The Church Of England (C of E), the state church of England, has updated its guidance for teachers at schools run by the church, saying that children should not be restricted by their gender when dressing up. The move is a response to a report on how to tackle homophobic, biphobic and transphobic bullying at church schools.
The new guidance makes 12 recommendations for schools "to prevent pupils from having their self-worth diminished or their ability to achieve impeded by being bullied because of their perceived or actual sexual orientation or gender identity."
The guidance is important because one in four primary schools, for children between the ages of 5 and 11, and one in 16 secondary schools, for children between 11 and 16, are run by C of E. In all, the schools account for around one million pupils.
The head of C of E, the Archbishop of Canterbury, Justin Welby, commended the recommendations:
"All bullying, including homophobic, biphobic and transphobic bullying causes profound damage, leading to higher levels of mental health disorders, self-harm, depression and suicide."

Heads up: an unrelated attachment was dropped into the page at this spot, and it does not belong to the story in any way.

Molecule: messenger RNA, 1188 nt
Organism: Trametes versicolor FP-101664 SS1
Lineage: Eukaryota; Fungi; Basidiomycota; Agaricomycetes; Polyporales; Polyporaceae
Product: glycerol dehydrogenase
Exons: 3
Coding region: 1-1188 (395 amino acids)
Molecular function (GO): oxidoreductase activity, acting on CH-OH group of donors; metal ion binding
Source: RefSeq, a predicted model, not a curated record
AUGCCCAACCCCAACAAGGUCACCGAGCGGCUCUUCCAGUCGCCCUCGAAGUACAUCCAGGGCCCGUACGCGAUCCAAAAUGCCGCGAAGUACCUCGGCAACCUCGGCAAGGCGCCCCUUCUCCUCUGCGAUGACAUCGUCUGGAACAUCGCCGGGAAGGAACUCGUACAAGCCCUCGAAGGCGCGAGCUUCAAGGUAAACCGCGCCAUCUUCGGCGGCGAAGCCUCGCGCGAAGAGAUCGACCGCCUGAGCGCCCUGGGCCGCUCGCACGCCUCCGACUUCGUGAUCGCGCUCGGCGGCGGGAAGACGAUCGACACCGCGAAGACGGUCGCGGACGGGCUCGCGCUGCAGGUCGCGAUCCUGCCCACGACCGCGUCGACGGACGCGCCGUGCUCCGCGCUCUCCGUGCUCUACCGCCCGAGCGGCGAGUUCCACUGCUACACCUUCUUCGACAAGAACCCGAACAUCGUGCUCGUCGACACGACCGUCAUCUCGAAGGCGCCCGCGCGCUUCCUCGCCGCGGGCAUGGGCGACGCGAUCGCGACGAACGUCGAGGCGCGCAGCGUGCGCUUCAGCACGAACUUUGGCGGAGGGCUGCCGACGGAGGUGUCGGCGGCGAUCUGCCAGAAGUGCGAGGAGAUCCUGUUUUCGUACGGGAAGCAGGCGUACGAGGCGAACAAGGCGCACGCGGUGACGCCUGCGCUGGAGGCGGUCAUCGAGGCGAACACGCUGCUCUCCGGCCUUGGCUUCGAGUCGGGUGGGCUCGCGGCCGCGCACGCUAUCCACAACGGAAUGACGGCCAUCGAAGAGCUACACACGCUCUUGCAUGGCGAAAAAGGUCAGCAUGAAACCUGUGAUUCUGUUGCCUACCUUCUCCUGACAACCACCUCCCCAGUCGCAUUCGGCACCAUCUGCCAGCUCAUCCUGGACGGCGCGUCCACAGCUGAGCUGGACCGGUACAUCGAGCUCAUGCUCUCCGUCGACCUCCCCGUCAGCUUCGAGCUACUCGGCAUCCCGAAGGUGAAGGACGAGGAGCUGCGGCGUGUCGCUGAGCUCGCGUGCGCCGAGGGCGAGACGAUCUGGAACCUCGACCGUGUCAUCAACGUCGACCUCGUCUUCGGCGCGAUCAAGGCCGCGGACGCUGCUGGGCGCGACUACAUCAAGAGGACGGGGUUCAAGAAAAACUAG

"Central to Christian theology is the truth that every single one of us is made in the image of God. Every one of us is loved unconditionally by God."
"This guidance helps schools to offer the Christian message of love, joy and celebration of our humanity without exception or exclusion."
Nigel Genders, the church's Chief Education Officer, added:
"Providing an education to our 1 million children that will enable them to live life in all its fullness is a big responsibility."
"This practical and thoughtful advice is packed with templates and a comprehensive selection of resources for schools, teachers, families and young people. I hope that it will make a difference to our school communities and individual pupils too."
Social media users were quick to praise the recommendations:
A bold and timely decision - Christian values of kindness and acceptance in action.— Marc Bates (@marcbatez) November 13, 2017
According to Stonewall, an LGBT equality charity based in the United Kingdom, nearly half of LGBT students in the UK are bullied.